Is Ride-Sharing Cruising into Trouble?
Ride-sharing sounds like a great idea – mobile phone users click an app to have a driver pick them up in their personal car and take them to their destination. It’s faster and easier than a taxi and given some of the taxi rides we’ve taken, it would likely be cleaner and better smelling, too. The app can also link to your credit card, so there are no concerns about having cash or credit card machines not working. Yes, this innovative way to ride-share is convenient, but it’s not without legal concerns.
In November 2015, the Pennsylvania Senate overwhelmingly approved a bill that creates provisions to permanently legalize the ride-sharing services. According to philly.com, “The bill would require ride-sharing companies to perform background checks for all potential drivers, mandate a certain level of car insurance, keep records of the vehicles used by all drivers, and implement a ‘zero-tolerance’ policy for drug and alcohol use by drivers on the job, among other provisions.” Despite the fact that ride-share services are not yet licensed in the Philadelphia, Uber and others have been operational for a while, much to the chagrin of the Philadelphia Parking Authority, which regulates taxi services. Philly.com reports that, “UberX has offered 700,000 rides in the city since debuting, and taxi medallions have plummeted in value since Uber and Lyft debuted.”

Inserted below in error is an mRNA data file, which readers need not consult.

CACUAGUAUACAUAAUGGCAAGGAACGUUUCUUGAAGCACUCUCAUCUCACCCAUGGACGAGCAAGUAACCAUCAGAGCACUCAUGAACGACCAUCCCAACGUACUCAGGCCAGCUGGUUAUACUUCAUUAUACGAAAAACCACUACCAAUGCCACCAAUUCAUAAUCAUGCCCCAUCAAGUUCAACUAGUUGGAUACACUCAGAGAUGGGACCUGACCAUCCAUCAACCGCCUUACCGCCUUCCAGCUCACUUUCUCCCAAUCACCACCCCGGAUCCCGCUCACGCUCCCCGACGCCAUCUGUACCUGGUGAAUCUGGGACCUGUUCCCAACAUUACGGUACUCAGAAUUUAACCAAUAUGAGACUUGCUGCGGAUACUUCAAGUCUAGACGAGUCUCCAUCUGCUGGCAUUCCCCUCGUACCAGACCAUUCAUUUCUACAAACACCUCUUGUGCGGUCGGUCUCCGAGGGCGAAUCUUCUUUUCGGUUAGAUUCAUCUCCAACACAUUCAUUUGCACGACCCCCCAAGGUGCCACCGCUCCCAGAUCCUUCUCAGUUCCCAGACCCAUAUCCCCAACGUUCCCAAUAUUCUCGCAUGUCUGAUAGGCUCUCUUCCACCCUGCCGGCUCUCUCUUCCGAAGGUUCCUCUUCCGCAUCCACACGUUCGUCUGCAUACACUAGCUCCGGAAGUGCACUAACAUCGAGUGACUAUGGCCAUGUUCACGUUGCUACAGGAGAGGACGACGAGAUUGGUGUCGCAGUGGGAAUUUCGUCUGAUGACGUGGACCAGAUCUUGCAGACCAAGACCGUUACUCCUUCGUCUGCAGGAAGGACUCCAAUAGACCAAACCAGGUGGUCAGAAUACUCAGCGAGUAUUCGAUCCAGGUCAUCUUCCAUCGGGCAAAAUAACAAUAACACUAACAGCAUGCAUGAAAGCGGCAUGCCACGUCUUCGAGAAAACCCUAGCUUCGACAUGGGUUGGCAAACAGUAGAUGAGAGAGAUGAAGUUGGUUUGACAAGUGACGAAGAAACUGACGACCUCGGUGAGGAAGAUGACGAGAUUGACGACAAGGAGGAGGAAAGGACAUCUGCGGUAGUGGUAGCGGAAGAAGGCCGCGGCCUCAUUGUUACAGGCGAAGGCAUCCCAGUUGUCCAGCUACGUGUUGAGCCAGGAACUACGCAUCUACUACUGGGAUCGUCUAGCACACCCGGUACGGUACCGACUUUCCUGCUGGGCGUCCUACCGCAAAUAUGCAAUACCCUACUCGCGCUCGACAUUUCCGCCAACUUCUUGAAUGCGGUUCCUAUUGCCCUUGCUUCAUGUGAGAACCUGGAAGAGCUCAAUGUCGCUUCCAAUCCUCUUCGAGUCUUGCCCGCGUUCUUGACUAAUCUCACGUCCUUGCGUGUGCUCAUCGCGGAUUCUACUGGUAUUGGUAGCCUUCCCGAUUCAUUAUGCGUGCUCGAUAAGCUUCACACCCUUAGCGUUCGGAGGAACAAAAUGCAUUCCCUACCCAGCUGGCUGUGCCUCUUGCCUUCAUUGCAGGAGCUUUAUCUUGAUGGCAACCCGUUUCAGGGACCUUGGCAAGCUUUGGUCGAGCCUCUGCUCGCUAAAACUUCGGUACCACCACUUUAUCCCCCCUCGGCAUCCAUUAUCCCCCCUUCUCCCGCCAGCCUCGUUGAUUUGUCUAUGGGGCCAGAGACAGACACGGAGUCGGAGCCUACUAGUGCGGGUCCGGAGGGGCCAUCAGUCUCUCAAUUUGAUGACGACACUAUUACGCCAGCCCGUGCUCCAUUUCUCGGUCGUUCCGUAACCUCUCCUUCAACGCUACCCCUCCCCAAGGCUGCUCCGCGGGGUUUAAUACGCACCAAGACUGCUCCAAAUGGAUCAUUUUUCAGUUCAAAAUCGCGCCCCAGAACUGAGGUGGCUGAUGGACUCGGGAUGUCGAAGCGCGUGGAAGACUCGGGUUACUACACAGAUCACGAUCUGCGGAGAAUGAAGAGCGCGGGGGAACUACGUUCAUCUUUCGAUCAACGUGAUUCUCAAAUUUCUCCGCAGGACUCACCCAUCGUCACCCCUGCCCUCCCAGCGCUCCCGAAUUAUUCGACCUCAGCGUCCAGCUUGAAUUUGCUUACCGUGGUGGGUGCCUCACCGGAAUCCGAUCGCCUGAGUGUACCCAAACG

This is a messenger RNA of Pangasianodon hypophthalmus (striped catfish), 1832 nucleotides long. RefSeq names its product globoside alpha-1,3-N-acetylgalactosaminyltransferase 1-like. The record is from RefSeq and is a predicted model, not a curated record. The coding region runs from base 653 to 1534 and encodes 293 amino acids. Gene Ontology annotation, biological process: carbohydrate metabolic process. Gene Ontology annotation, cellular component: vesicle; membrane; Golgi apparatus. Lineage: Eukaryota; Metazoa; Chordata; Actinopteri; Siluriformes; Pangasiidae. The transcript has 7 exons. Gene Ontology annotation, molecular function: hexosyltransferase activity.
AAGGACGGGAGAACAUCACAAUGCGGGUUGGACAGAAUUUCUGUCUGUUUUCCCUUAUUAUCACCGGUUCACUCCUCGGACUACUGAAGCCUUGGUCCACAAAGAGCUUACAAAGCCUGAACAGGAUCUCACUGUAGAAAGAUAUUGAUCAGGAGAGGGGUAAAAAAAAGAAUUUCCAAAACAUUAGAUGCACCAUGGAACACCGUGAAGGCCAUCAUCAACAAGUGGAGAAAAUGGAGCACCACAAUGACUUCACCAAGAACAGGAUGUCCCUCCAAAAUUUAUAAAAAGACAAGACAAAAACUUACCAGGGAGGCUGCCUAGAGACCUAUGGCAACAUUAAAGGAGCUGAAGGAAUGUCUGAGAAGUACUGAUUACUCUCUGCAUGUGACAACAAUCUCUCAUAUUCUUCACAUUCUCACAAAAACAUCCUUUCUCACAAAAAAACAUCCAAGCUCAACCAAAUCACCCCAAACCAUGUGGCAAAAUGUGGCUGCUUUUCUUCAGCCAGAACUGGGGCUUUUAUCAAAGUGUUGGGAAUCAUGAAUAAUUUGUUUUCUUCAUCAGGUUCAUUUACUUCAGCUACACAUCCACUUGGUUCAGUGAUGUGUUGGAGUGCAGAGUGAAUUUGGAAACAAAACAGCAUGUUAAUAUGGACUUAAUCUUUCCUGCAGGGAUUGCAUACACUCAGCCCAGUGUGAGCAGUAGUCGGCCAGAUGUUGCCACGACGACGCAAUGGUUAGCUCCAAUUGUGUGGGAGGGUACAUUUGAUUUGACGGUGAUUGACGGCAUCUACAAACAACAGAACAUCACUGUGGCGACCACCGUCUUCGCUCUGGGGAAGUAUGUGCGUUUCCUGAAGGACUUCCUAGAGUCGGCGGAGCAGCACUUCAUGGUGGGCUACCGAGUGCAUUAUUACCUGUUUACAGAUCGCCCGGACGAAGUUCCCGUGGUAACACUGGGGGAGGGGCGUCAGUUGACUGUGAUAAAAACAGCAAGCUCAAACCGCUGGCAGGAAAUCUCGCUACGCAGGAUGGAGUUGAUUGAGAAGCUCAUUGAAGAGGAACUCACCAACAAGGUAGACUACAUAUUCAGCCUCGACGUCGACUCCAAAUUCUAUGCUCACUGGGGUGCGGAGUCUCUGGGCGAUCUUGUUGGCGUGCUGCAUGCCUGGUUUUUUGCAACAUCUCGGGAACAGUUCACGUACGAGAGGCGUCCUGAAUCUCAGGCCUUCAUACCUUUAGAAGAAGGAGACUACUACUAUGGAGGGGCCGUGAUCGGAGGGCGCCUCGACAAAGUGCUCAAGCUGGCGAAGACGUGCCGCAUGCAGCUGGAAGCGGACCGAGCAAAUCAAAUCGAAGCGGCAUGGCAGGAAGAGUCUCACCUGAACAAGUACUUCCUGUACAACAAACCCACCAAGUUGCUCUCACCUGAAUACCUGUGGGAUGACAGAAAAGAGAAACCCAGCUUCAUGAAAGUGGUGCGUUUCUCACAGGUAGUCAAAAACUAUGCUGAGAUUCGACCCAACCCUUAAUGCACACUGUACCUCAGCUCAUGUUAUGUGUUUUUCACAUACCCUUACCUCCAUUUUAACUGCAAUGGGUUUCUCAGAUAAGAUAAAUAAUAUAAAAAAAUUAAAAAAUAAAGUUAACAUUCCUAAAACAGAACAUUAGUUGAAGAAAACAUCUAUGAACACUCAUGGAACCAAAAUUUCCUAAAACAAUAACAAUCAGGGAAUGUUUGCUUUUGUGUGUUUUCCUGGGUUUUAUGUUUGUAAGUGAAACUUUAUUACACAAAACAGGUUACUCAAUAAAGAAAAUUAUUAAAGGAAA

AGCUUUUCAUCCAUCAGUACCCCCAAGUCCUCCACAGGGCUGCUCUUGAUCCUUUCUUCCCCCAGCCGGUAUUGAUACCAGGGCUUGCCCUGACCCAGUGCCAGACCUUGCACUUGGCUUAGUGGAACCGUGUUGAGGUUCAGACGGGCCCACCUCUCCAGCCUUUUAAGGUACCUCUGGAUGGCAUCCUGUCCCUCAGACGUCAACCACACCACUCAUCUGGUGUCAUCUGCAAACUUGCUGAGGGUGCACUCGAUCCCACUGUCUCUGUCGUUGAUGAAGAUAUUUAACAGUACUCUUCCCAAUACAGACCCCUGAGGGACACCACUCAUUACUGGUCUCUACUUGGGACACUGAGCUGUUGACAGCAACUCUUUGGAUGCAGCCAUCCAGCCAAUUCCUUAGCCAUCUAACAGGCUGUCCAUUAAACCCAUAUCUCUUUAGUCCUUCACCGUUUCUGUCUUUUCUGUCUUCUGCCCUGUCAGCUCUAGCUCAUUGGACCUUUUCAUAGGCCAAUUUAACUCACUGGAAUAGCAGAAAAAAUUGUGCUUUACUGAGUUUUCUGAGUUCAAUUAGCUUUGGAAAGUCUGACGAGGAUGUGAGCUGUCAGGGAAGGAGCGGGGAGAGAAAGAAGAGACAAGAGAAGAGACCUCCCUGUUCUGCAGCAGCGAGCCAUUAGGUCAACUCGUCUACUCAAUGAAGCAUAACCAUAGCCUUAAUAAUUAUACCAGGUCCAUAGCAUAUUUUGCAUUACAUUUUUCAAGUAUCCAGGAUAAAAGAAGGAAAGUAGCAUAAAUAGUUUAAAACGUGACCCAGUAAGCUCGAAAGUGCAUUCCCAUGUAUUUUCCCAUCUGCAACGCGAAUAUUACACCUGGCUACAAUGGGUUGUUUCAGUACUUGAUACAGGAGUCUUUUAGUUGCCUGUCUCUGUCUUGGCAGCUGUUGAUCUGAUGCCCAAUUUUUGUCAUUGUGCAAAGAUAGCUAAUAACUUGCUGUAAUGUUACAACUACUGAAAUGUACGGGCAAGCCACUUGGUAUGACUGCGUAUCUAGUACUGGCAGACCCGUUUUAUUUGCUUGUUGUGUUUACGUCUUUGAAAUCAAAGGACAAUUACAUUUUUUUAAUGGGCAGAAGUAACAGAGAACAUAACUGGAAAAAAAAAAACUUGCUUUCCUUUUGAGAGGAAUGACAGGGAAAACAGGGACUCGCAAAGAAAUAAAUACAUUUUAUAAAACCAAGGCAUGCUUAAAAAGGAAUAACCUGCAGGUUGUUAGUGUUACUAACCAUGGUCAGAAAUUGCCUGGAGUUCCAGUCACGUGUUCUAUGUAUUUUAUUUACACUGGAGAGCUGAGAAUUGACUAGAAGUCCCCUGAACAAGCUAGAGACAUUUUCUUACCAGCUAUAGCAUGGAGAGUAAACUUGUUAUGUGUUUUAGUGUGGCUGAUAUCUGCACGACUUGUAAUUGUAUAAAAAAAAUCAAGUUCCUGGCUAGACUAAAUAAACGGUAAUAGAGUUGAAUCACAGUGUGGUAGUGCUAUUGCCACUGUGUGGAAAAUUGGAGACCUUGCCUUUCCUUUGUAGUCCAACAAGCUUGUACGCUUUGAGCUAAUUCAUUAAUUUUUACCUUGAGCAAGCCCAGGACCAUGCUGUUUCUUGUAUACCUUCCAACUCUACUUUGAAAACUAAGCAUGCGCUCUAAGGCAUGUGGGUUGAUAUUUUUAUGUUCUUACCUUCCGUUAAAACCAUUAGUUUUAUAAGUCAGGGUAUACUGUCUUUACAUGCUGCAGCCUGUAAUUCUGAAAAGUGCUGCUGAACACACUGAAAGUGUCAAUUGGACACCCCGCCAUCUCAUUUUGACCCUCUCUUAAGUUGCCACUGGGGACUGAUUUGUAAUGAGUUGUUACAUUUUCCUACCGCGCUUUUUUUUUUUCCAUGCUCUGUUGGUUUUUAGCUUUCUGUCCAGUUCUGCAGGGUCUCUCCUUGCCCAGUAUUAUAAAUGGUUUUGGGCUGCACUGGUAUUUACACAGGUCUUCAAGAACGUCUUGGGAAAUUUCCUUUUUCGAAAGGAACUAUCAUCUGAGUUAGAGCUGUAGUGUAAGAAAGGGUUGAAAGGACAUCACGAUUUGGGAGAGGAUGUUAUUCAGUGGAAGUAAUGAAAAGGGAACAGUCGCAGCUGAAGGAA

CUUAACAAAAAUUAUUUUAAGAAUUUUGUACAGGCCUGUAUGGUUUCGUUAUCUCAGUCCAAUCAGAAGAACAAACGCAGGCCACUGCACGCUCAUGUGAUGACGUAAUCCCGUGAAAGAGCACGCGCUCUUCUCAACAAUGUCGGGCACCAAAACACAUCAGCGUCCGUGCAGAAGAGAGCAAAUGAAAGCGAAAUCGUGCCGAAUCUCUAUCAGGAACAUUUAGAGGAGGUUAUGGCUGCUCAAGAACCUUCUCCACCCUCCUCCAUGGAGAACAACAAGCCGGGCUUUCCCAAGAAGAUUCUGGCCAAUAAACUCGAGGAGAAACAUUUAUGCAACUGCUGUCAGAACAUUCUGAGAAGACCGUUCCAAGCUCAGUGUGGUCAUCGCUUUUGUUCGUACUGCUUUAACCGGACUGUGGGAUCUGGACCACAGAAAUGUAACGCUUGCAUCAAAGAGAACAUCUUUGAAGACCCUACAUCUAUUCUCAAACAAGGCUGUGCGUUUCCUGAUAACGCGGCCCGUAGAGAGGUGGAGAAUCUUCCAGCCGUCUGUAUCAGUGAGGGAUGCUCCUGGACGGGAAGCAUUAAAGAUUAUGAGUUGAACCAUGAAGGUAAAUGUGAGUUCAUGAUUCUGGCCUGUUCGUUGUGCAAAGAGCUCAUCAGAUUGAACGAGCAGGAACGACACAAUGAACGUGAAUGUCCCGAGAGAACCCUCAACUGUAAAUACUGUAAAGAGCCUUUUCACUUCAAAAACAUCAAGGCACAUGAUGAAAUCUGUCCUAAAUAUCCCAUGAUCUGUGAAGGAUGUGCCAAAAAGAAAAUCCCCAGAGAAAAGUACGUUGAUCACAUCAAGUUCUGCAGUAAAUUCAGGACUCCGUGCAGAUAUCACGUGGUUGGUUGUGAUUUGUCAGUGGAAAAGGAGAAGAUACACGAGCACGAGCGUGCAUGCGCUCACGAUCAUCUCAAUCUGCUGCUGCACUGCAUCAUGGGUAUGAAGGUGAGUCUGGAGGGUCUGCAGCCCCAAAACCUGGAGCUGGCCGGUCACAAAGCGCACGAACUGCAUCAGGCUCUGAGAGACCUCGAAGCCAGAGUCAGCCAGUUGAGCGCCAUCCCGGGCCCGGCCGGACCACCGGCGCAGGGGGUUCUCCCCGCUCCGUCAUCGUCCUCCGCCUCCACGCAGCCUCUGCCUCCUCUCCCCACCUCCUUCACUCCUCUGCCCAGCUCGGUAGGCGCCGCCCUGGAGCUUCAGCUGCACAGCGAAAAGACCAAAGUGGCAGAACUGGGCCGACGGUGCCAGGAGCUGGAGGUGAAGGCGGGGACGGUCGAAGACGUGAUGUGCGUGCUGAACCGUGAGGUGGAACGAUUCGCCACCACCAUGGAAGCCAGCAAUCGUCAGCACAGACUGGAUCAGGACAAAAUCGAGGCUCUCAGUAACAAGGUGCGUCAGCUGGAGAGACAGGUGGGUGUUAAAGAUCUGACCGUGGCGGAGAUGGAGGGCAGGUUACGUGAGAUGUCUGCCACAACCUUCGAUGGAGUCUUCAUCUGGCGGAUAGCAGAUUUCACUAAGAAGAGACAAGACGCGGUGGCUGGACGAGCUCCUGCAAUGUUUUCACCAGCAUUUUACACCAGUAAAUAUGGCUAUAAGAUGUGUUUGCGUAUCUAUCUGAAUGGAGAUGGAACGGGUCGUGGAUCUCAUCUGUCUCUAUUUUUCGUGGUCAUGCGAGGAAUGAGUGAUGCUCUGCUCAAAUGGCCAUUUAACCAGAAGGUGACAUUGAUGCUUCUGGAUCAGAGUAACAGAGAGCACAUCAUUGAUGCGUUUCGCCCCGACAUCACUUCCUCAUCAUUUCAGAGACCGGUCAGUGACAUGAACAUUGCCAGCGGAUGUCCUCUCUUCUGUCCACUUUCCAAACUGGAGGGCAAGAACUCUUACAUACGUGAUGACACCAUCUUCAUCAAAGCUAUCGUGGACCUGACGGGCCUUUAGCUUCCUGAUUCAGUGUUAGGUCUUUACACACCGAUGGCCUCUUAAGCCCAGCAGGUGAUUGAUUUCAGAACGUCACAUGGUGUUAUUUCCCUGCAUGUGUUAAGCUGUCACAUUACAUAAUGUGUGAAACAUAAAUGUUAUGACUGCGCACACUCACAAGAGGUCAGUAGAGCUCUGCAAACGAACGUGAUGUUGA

Is ride-sharing safe?
According to the Uber website: “All drivers in the US must provide their license and vehicle documentation before being able to drive with Uber. They’re also required to go through a pre-screening process that includes a review of their motor vehicle records and a search through criminal records at the county, state, and federal levels.” That being said, Uber drivers have been accused of crimes ranging from assault to kidnapping in cities around the US and globally in India and London.
For disabled riders, ride-sharing through these networks can be difficult because the companies’ cars are not required to be wheelchair-friendly. Traditional car and taxi services must adhere to the Americans with Disabilities Act (ADA) which states that private taxi services cannot discriminate against the disabled and must have vehicles that can transport wheelchairs.
Another concern is around vehicle safety and insurance. Ride-share drivers are considered independent contractors and are required to provide their own insurance. Unlike taxi companies, Uber is a technology company that operates an app for connecting consumers with drivers, so the legal requirements are different. Uber requires that drivers buy their own commercial car insurance, and it provides $1 million of liability coverage per incident.
As the popularity of these transportation network services grow, our legal system and Federal and state regulations will have to evolve as well. With a recent valuation of $70 billion (according to Money magazine), Uber would pass the market value of GM, Honda and Ford – so think it’s clear that ride-sharing is here to stay.
Our advice? Whether you choose Uber, Lyft, Sidecar or another emerging rideshare app such as Hail and Carma, review the legal information on the app or the company’s website before you use the service, so you understand the level of insurance that they require of their drivers and the measures that they have taken to protect their customers
If you or a loved one is involved in an incident with a ride-share driver, it’s best to speak with an attorney who will take your case seriously and help to evaluate your options.
Image from nypost.com and Zuma Press